The Fourth Industrial Revolution and the refugee crisis
Dave Levin looks at the impact of technology on basic needs provision in conflict affected areas.
"I ordered some parts to build a new device for Ahmad, and I programmed it by myself," he beamed.
Asem, a 21-year-old Syrian refugee, was a university student before his country's civil war. He dropped out to become a paramedic. During a mission to rescue injured civilians, a shell hit his ambulance, and his world went dark. When he came to, Asem realised his leg had vanished into the vortex of loss and destruction that is today's Middle East.
Asem Hasna, volunteer 3D printing technician, Refugee Open Ware. Photo by Maro Kouri
Asem rapidly absorbed expertise in advanced technology in order to help those who had lost everything. He found a path to dignity and purpose as a volunteer for Refugee Open Ware (ROW), a consortium for humanitarian innovation.
"ROW gives people hope to live," he said. "We changed the life of an amputee to become a good thing in this world."
Watch: Ahmad's echolocation device
Conflict, radicalisation, violent extremism, forced displacement and youth unemployment are intensifying rapidly and feeding upon each other. Governments lack the resources to cope. The UN High Commissioner for Refugees António Guterres remarked, "With the exponential increase in needs we have seen just in the last three years, the humanitarian financing system is nearly bankrupt."
The Fourth Industrial Revolution could make matters worse. Automation is eroding job opportunities for those with low educational attainment, and millions of refugee children will grow up uneducated or poorly educated. The Middle East and North Africa region already suffers the highest youth unemployment rates in the world.
If we find it hard to create enough jobs in the region now, how will we do it in the future? While the world economy transforms at warp speed, communities affected by conflict will fall further behind, and the lack of opportunities for young people will fuel further violence. As world leaders craft their approach to conflict over the coming decades, they have a choice: either ride the wave of the next industrial revolution, or be crushed by it.
ROW leverages the technologies of the Fourth Industrial Revolution to improve basic needs provision in conflict-affected areas. This includes 3D printing, robotics, artificial intelligence, the internet of things, advanced materials, brain-computer interface, virtual reality and more.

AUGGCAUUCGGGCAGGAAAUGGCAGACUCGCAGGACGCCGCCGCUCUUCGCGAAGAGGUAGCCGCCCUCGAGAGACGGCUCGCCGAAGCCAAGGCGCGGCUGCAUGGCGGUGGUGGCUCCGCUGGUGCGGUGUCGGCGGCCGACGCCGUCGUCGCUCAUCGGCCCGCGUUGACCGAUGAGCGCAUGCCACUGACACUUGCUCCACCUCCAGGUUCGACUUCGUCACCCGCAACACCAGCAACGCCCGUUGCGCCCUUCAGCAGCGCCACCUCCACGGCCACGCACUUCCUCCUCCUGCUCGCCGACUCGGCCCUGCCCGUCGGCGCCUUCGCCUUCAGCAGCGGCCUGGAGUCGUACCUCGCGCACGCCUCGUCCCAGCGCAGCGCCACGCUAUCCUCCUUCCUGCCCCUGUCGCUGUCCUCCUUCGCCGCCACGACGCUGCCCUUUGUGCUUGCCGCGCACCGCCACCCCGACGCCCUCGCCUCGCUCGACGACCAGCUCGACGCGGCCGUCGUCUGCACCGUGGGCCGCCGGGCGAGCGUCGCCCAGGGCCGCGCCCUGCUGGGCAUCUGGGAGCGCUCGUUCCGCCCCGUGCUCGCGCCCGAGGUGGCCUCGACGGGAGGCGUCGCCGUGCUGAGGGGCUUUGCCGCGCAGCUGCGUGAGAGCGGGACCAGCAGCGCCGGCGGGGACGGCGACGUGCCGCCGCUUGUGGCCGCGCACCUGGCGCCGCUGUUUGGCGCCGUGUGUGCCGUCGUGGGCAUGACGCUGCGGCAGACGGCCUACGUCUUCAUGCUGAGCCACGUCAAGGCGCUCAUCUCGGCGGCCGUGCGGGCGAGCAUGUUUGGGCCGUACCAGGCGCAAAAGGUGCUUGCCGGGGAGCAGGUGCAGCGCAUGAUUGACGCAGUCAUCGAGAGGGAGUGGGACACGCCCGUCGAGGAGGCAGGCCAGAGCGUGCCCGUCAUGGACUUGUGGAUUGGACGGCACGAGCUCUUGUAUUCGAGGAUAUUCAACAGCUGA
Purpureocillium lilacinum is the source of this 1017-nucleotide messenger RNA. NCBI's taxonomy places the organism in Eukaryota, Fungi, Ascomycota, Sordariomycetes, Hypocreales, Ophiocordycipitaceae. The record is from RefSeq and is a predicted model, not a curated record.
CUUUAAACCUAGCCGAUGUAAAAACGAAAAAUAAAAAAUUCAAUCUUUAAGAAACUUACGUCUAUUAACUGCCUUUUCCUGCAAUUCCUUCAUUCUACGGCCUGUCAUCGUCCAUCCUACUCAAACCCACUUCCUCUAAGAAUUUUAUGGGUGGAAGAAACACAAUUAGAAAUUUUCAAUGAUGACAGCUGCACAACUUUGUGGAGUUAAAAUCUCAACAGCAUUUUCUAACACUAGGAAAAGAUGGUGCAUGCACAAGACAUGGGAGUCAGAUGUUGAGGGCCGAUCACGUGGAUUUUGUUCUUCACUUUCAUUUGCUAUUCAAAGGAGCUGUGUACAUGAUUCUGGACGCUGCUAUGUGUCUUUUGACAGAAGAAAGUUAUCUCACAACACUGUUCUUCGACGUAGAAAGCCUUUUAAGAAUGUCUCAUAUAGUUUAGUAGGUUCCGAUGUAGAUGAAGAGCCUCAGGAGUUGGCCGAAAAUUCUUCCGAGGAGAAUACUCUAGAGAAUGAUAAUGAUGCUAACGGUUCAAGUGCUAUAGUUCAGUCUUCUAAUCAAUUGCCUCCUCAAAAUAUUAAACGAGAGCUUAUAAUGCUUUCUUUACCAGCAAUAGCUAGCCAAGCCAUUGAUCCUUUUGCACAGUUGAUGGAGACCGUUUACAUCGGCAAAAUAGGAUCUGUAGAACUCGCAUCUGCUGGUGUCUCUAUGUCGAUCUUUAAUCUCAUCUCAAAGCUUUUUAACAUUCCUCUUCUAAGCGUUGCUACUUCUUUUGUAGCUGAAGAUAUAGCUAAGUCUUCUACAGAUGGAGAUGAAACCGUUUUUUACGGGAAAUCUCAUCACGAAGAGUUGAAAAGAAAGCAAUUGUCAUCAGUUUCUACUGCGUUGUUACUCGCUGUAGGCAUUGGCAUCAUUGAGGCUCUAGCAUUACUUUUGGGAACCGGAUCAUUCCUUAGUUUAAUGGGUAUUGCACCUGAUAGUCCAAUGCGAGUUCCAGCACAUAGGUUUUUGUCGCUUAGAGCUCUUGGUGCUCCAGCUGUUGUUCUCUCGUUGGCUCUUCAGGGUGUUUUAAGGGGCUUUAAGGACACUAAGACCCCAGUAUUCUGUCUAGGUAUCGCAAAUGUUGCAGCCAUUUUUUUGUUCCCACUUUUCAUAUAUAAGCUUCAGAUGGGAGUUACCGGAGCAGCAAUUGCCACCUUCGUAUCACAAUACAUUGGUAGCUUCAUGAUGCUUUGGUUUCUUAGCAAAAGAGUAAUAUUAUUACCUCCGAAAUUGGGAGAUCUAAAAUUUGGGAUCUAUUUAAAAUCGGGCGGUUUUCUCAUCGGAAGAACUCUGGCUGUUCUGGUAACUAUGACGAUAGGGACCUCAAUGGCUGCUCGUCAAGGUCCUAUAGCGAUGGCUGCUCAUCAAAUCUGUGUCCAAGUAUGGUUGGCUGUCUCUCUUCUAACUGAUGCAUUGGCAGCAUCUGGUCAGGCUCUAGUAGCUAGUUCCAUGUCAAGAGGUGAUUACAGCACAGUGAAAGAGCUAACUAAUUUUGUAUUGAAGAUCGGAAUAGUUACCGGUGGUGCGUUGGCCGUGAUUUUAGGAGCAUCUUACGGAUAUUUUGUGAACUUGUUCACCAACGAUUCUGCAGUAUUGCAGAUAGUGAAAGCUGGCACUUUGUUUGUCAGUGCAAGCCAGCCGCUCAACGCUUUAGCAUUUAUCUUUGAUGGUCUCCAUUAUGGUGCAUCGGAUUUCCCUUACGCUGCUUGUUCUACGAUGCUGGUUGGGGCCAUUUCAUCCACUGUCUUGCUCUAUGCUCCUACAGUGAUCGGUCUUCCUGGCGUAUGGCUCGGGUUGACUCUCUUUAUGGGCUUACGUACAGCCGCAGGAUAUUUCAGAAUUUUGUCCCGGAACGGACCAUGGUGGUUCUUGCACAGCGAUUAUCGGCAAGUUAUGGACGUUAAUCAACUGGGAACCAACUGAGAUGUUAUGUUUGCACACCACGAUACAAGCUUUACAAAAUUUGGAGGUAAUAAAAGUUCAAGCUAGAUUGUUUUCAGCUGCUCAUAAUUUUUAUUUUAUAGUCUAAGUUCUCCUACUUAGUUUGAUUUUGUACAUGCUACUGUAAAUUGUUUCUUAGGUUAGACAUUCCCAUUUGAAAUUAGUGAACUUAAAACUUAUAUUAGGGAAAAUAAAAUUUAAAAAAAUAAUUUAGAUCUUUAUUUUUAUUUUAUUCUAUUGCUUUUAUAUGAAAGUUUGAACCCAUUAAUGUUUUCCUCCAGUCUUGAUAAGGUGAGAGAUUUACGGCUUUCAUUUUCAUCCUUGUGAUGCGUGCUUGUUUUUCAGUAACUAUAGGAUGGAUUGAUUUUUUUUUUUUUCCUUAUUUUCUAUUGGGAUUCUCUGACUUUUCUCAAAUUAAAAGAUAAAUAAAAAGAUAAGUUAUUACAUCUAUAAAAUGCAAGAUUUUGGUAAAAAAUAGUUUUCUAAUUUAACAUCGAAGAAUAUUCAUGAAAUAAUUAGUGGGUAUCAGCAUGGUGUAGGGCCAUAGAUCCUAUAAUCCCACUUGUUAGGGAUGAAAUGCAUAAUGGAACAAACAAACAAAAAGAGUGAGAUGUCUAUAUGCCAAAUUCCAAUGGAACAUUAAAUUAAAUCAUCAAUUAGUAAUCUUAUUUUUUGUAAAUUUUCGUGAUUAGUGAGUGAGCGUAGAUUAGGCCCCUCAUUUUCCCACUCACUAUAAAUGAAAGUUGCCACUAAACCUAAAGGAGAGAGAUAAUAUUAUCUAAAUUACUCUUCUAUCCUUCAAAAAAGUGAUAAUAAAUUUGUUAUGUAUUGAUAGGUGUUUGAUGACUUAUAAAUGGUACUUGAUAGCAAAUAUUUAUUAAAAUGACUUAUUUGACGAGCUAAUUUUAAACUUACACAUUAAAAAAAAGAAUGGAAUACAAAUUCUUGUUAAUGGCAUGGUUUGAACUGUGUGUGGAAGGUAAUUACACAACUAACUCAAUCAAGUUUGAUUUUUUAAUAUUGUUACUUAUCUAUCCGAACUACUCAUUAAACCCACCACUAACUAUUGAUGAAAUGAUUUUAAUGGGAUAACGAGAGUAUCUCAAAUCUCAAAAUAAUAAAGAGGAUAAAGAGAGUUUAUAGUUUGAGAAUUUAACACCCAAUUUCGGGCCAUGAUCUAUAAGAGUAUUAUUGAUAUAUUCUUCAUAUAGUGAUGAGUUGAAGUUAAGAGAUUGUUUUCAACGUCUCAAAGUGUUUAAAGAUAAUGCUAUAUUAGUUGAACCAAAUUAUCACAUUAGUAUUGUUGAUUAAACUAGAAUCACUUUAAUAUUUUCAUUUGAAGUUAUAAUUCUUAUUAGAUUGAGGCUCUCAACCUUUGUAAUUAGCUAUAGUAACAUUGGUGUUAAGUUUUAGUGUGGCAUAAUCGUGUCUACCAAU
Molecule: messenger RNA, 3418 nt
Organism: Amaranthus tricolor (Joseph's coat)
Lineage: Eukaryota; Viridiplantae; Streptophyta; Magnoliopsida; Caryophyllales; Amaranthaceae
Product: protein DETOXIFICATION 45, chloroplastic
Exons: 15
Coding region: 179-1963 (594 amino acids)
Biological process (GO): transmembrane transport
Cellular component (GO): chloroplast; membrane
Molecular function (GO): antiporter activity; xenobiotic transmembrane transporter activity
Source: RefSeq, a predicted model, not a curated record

These technologies can enable displaced communities, trapped in liminality, to once again feel connected to the future, empowered to rebuild the shattered world around them.
We are creating a network of innovation centers that crowd-source, co-create and test solutions to the world's toughest humanitarian challenges. These makerspaces and incubators for humanitarian innovation will be stocked with advanced manufacturing equipment (e.g., 3D printers, CNC routers, precision milling machines, laser cutters). They will be physical platforms for STEAM education, workforce development, entrepreneurship training, co-working space, knowledge exchange, social cohesion and psychosocial support through interactive art.
Architectural rendering of a ROW innovation centre by our humanitarian architect, Jai Mexis have seven innovation centres in our pipeline, focusing on solutions for three levels of conflict: an active war zone (Syria), neighboring countries (Jordan and Turkey) and resettlement states (Europe). Public-private partnerships are critical for these projects. We are building two centres for vocational training and business incubation in Jordan one in Amman and one in Irbid, funded with over $7 million from the European Union, USAID, an American philanthropist, the Jordanian private sector, and the Government of Jordan.
We're also fundraising for innovation centers dedicated to rescue technology, education and prosthetics. New financing vehicles must emerge to realise the full potential of such initiatives. We propose a $100 million impact investment fund for humanitarian technology and innovation, as well as humanitarian impact bonds for the refugee crisis.
Our initiative seeks to provide refugees and host communities with an education and set of vocational skills suitable for the coming decades.
Our training programme focuses on creativity, innovation, entrepreneurship and technology development, the skills least susceptible to automation. Furthermore, we seek to incubate technologies that dramatically reduce the cost and increase the effectiveness of humanitarian relief. We focus on the biggest cost driver of humanitarian relief, procurement and logistics, which account for 60 to 80 percent of the sector's costs, amounting to $10-$15 billion per year.
Asem's story exemplifies what we can achieve through distributed manufacturing, which is powered by advanced manufacturing equipment and is central to our approach. When a piece of Asem's prosthetic leg broke, he 3D printed a replacement. Working with our team's international expert, it took him twenty minutes to design and two hours to print, and it reduced the cost of the piece by 95%. Without this piece, he can't walk. Besides reducing costs, distributed manufacturing can also decrease the carbon footprint of humanitarian goods, while promoting self-reliance, dignity and creativity.
"We'll do the impossible, bro," Asem avowed, looking to the future with newfound hope and sense of belonging. The Fourth Industrial Revolution will undoubtedly shape the contours of wealth and power for decades to come. It could also transform humanitarian relief. We propose harnessing the innovation and technologies of this revolution to re-define the possible, with and for those affected by conflict.
Dave Levin is founder and executive director, Refugee Open Ware.
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